The second examination is held in the district town, before the literary Chancellor. All in the district who were successful at the first examination are eligible for the second; and sometimes as many as thirty or forty thousand students are collected on these occasions at Canton. The examination lasts three days, and on each day a theme is given on which the candidates are to write an essay. The successful candidates receive the first literary degree.
The third examination is held in the provincial town every third year, and is open to all the students in the province who have received the first degree. Two examiners are sent from Pekin, who, with the literary Chancellors, form a board of twelve examiners. In the place of examination are several thousand small cells. The competitors give their names, age, lineage, &c., and are carefully searched to see that they have not secreted any copy of the classics about them. They are then furnished with writing materials, and shut up separately in small cells for two days, during which time they are required to compose essays and poems on given subjects. The same subjects are given to all the candidates, and each is expected to use at least two hundred characters in his composition. At Canton there will sometimes be seven thousand candidates at this examination, of whom only seventy-two can be successful, the diplomas being limited to that number.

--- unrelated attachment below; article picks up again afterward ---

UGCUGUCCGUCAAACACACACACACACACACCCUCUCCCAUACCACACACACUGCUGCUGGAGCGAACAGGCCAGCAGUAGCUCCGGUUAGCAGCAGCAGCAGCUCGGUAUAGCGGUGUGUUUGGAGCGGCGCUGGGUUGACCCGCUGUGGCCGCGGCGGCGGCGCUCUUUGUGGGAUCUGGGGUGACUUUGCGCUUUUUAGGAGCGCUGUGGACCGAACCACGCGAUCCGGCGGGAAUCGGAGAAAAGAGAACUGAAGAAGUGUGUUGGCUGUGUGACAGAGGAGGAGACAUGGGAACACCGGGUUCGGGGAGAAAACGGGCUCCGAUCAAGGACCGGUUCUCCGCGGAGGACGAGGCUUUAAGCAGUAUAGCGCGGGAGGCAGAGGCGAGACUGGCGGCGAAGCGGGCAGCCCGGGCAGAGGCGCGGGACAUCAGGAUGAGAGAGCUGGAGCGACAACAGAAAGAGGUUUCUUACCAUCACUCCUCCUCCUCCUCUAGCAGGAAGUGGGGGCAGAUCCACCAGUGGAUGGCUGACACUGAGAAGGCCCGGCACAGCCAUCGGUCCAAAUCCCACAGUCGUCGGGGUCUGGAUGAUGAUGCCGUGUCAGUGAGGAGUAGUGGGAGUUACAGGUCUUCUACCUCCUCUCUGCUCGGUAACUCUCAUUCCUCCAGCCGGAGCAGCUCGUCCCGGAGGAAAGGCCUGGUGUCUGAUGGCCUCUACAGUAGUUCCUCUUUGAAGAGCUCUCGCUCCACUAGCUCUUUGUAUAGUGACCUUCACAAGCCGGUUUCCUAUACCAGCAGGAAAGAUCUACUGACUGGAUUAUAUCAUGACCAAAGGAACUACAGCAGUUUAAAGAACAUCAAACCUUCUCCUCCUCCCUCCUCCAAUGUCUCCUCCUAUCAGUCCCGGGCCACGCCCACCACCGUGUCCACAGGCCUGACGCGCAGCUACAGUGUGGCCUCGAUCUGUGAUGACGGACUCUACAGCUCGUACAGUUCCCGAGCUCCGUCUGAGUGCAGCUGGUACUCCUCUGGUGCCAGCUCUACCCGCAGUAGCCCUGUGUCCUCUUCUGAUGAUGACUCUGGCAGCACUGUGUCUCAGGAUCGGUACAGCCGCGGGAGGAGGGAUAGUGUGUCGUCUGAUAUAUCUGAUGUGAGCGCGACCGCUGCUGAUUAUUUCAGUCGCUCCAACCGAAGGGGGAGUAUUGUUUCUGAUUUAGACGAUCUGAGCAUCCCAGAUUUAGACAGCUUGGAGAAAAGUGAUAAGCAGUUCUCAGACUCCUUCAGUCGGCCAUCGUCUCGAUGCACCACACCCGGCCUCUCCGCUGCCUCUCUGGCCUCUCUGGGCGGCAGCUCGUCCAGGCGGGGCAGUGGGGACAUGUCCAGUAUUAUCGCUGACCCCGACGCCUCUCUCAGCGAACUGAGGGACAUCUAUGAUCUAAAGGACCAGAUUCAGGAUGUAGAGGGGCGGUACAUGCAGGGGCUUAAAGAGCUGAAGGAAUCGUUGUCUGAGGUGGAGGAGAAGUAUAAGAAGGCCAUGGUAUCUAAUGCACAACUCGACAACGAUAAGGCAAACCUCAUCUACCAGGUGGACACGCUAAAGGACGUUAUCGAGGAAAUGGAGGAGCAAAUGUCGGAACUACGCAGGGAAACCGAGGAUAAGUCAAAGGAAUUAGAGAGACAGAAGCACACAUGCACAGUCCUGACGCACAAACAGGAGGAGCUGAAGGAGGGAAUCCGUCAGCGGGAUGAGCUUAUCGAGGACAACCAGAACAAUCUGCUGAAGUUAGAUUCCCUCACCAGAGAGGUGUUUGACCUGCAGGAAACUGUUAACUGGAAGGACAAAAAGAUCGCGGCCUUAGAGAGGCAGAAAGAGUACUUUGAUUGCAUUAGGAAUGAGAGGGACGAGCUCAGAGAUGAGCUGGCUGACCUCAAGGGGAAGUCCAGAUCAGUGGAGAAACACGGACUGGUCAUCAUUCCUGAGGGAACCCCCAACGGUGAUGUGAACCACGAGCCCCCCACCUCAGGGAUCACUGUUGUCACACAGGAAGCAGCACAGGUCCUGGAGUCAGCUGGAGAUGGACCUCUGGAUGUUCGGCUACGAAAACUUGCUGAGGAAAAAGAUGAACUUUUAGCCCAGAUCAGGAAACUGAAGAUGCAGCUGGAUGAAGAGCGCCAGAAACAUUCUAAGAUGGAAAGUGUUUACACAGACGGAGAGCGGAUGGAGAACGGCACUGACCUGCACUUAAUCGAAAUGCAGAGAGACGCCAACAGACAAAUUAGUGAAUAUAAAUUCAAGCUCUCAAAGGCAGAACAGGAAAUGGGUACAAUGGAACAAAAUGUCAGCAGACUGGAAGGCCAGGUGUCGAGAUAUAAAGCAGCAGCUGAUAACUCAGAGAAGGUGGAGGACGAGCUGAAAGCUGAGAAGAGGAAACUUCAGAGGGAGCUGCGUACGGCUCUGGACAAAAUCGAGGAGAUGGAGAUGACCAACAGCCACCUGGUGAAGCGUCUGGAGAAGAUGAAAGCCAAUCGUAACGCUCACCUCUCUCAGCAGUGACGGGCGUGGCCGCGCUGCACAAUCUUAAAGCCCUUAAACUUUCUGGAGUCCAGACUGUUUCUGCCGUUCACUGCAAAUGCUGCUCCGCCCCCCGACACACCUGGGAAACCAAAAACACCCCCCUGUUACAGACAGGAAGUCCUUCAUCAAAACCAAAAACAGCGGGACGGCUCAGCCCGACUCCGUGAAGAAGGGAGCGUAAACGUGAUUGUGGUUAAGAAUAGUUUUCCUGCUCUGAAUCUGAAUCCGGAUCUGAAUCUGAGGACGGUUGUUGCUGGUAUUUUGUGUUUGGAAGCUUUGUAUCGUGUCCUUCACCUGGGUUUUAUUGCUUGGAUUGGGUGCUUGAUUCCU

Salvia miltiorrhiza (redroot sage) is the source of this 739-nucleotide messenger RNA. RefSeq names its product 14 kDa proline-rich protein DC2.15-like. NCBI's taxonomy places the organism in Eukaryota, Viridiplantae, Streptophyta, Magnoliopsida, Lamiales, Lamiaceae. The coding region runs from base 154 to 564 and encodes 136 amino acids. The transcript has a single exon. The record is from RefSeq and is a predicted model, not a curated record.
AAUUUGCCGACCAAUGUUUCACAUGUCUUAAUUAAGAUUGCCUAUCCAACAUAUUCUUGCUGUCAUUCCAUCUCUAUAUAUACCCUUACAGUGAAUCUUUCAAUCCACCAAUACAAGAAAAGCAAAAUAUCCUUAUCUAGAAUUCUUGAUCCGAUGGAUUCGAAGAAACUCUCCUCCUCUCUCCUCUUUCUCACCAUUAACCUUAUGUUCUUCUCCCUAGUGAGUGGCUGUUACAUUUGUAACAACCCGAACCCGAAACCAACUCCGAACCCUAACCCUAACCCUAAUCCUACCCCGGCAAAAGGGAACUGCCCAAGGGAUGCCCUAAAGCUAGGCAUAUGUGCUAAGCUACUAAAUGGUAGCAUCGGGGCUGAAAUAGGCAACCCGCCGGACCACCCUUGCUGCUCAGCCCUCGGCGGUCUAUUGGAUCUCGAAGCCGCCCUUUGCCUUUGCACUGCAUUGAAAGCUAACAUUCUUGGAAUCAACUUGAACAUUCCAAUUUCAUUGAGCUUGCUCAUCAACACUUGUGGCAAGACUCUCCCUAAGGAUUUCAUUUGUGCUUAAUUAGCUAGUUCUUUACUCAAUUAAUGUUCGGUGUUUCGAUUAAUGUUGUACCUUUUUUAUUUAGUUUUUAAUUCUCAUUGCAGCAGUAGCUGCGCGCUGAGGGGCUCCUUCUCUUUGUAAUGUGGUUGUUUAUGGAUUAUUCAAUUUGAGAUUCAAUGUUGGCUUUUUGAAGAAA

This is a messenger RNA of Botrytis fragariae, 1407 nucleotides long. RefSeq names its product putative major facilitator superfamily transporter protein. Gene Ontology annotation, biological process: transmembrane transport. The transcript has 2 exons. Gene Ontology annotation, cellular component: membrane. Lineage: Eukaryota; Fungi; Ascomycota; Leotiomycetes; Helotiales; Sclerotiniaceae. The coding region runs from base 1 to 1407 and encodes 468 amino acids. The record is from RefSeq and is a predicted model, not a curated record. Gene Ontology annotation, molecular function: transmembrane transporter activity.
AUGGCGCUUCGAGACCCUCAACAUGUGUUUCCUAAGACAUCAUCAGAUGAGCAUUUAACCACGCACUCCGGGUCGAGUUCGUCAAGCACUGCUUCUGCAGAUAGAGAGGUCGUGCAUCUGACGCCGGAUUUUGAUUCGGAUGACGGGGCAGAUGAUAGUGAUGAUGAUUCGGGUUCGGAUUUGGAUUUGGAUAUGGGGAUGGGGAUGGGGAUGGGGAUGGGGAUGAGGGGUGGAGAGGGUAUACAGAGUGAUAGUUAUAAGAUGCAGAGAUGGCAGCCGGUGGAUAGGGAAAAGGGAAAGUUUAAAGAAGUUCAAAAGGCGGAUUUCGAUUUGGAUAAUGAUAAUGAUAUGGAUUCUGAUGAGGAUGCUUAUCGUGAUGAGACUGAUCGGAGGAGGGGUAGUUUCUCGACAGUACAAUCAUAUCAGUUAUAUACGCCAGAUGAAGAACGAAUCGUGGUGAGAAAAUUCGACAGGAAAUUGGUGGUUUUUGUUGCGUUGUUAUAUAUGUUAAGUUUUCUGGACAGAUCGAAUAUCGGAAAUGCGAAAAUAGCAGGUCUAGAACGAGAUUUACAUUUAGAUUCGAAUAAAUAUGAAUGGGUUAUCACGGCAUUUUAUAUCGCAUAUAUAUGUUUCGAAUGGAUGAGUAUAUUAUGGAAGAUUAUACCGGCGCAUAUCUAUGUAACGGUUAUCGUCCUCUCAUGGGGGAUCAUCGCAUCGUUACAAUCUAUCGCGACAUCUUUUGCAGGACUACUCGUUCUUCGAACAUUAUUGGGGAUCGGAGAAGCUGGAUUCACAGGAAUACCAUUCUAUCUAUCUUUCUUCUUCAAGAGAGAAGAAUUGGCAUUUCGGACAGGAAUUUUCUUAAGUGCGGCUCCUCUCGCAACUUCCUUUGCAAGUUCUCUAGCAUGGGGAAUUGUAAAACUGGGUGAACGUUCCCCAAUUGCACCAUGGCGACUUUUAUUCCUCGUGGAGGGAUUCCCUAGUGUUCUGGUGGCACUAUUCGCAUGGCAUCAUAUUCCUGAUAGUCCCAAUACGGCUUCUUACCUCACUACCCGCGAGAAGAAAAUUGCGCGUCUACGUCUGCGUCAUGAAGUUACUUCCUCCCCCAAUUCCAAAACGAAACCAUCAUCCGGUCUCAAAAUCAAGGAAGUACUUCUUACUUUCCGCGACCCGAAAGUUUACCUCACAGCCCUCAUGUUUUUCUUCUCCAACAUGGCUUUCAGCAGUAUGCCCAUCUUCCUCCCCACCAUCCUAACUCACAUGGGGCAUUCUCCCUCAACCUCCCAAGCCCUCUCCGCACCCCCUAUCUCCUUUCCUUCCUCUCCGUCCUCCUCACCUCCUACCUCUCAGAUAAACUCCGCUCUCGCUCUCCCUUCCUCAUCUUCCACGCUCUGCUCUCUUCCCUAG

To read and determine the merits of seven thousand essays on the same subject, is a tedious and laborious work ; but sometimes the examiners lighten their task by passing over many of the essays without reading. A student who suspected this, once wrote an essay severely criminating the Chancellor, knowing that if it were read he should be called to account for it. He heard nothing of it, however; and rightly concluding that it had never been read, he published it; and the result was, that the officer was discharged. Bribery is often effectual in procuring a favourable award from the examiners; but not to such an extent as entirely to vitiate the benefits of the examination.